Advanced Placement Environmental Science Syllabus (APES!

)
South Stokes High School, Mrs. T Culler
2013-2014, 4th pd, ―A Day‖
According to College Board: ―The goal of the AP Environmental
Mrs T Culler
Science course is to provide students with the scientific principles,
concepts, and methodologies required to understand the
interrelationships of the natural world, to identify and analyze environmental problems both natural and
human-made, to evaluate the relative risks associated with these problems, and to examine alternative
solutions for resolving or preventing them.‖
The following themes provide a foundation for the structure of the
AP Environmental Science course.
1. Science is a process.
• Science is a method of learning more about the world.
• Science constantly changes the way we understand the world.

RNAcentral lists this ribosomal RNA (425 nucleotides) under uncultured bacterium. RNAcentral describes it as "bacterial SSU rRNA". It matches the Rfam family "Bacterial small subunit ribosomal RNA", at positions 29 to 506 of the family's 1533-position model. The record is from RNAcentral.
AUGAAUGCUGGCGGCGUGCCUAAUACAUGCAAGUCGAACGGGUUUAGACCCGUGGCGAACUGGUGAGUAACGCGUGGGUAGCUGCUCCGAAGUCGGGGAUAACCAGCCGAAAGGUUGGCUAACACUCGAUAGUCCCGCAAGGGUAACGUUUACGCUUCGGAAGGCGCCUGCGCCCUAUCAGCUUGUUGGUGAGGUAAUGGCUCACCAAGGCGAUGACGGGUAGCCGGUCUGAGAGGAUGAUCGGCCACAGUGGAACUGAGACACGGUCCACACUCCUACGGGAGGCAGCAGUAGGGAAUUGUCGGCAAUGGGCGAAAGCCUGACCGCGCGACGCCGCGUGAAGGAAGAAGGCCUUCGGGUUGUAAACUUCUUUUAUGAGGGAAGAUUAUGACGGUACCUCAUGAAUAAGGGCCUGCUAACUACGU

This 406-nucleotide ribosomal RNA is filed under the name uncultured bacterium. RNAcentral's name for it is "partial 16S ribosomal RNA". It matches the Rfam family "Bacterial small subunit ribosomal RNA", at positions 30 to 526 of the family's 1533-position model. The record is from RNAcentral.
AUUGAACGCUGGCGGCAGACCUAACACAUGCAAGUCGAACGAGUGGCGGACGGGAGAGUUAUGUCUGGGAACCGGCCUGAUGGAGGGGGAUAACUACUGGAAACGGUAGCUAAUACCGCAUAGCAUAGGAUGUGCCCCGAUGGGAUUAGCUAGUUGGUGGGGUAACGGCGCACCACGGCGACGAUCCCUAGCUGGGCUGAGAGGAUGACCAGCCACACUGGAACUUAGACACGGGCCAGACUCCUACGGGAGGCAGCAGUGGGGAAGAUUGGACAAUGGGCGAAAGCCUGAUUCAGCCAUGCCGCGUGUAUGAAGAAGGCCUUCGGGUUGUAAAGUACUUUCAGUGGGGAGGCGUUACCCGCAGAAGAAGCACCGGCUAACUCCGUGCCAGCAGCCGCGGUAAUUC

2.
Energy conversions underlie all ecological processes.
• Energy cannot be created; it must come from somewhere.
• As energy flows through systems, at each step more of it becomes unusable.
3.
The Earth itself is one interconnected system.
• Natural systems change over time and space.
• Biogeochemical systems vary in ability to recover from disturbances.
4.
Humans alter natural systems.
• Humans have had an impact on the environment for millions of years.
• Technology and population growth have enabled humans to increase both the
rate and scale of their impact on the environment.
5.
Environmental problems have a cultural and social context.
• Understanding the role of cultural, social, and economic factors is vital to the
development of solutions.
6.
Human survival depends on developing practices that will achieve sustainable
systems.
• A suitable combination of conservation and development is required.
• Management of common resources is essential
Prerequisites: Biology, Chemistry, Integrated Math I and II
Resources: Textbook: Living In The Environment, Miller , Brooks/Cole – Cengage Learning, 17th Ed,2012
Required Supplies: Lab Manuel, $10 Class Fee

Major Topics:
The percentage after each major topic heading shows the approximate proportion of multiple-choice